The LGBT+ Students’ Network at University College London (UCL) is this year running a campaign to raise awareness of gender-neutral pronouns used by transgender people.
A page on UCL’s website introducing the campaign asserts there are people who don’t ‘identify’ as male or female and consider themselves to be “non-binary”. Stressing the apparent importance of gender pronouns to such people, the page urges readers use gender-neutral pronouns upon meeting new people so as not to ‘misgender’ anyone.
In a video the LGBT+ Network prepared for the campaign, a number of students speak earnestly about the importance of pronouns to them, and give instructions and tips on getting to grips with gender-neutral ones.
Explaining her understanding of pronouns, a student wearing a purple scarf says: “The most common gender pronouns are ‘he’ and ‘she’ which identifies that the person is male or female”.
“But that’s not always the case. Some men and some women might not use he or she, respectively and some people who use he or she might be different genders.”
“There are also gender neutral pronouns such as they and ze which indicates that a person defines as either agender or somewhere along the gender spectrum.”
A student with pink eyebrows and a shaved head asserts: “Pronouns are a very important and integral part of an individual’s identity. It’s something most people don’t ever have to think about, and take for granted.”
Matthew Wagaine, the student union’s LGBT+ officer, warns: “If you misuse pronouns for someone, you are effectively thrusting upon them an identity that they themselves do not have.”
One tip given in the video, for respecting other people’s pronouns, is to use gender-neutral pronouns to begin with, then “when they tell you their preferred pronouns, continue to use those pronouns from then on out.”
Using the correct pronoun, a number of students profess, shows that you respect people’s identities.
“It’s important to get pronouns right, because every day people who are in the LGBT community deal with different discriminations for different ways they identify [unintelligible] misgendered or are not represented in the right way”, a student in an “LGBT+ History Month” T-shirt tells the camera.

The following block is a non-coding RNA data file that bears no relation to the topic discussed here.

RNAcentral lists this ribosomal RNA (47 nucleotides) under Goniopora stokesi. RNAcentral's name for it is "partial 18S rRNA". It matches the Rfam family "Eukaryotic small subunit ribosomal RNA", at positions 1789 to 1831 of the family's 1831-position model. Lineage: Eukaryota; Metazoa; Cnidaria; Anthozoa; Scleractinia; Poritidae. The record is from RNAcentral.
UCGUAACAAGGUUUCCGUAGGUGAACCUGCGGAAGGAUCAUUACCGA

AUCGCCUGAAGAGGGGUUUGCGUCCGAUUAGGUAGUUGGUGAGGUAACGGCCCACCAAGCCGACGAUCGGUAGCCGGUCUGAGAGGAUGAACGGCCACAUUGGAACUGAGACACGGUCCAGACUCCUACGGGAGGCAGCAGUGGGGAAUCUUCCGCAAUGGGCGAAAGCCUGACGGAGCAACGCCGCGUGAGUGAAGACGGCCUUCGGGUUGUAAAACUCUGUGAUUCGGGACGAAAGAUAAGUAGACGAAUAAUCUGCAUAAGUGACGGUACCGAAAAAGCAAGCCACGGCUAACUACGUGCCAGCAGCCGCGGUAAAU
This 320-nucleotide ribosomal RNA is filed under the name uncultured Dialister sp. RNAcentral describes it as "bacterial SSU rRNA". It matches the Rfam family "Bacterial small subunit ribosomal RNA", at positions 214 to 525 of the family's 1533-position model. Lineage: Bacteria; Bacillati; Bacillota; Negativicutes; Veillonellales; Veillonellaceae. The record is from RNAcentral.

Mr. Wagaine acknowledges that “there may be times” where people “possibly forget” a person’s preferred pronoun.
“So if you do, and that person calls you out on it, don’t take it as a personal insult. Just acknowledge that that was a mistake and you will learn from it,” he instructs.
Mr. Wagaine cautions against being too outwardly contrite, however, stating that: “Being apologetic puts too much pressure on that person, who’s already feeling inadequate and insecure as a result of being misgendered.”
The student with pink eyebrows recommends: “If you know somebody who identifies as a transgender or non-binary, take a moment to realise how long they may have spent figuring out their gender identity and the effect that you misgendering them might have on them.”
On the topic of gender-neutral pronouns such as “ze”, the student in the purple scarf suggests people practice using them, alone in their free time.
“Pronouns that might be a little odd, that you’re not used to… perhaps, practicing them, practice using them in sentences just, on your own, might help you with using them in future, like ‘ze’.
“‘Ze’ is not a particularly common pronoun but, if you ask the person how to use it in sentences and then you practice it by yourself, it can really help you be able to use it correctly in future.”
To assist with this endeavour, the page on UCL’s website directs readers to a ‘resource pack’ which includes a game with which people can practice conjugating a range of gender-neutral pronouns including “hu”, “ey”, “hie”, “fae” and “xe”.
The resource pack asserts that “genitals and bodies in general don’t reflect anything about a person’s pronouns or gender” and warns that believing otherwise is “probably the biggest mistake you can make”.
“Above all else, don’t try to argue this with a person” it admonishes, continuing:“Even if you personally disagree, a person who’s asking you to use new pronouns more than likely already has their mind made up, and will probably also feel pretty hurt.
“Basically, what’s more important? Someone’s anatomy, or their happiness?”
The UCL website’s campaign page outlines some general advice for using pronouns, and encourages people to use gender-neutral ones when meeting new people.
“For example, try introducing yourself as follows: ‘My name is Natalia and my pronouns are she/her. What pronouns do you prefer?’”
Urging people to step in and correct anyone they hear using a wrong pronoun, the piece explains: “As a close friend of mine whose pronouns are they/them explains, ‘There’s nothing more comforting after being misgendered as hearing a chorus of ‘they!’ going round the table!’”
Several celebrities have declared themselves as having “non-binary gender identities”, including Labour party-supporting political activist Eddie Izzard who told The Guardian, “I am all boy, plus extra girl”.
Last month, police were called to investigate a “hate crime” when a Bolton councillor who “transitioned” from male to female complained of being misgendered by a fellow councillor.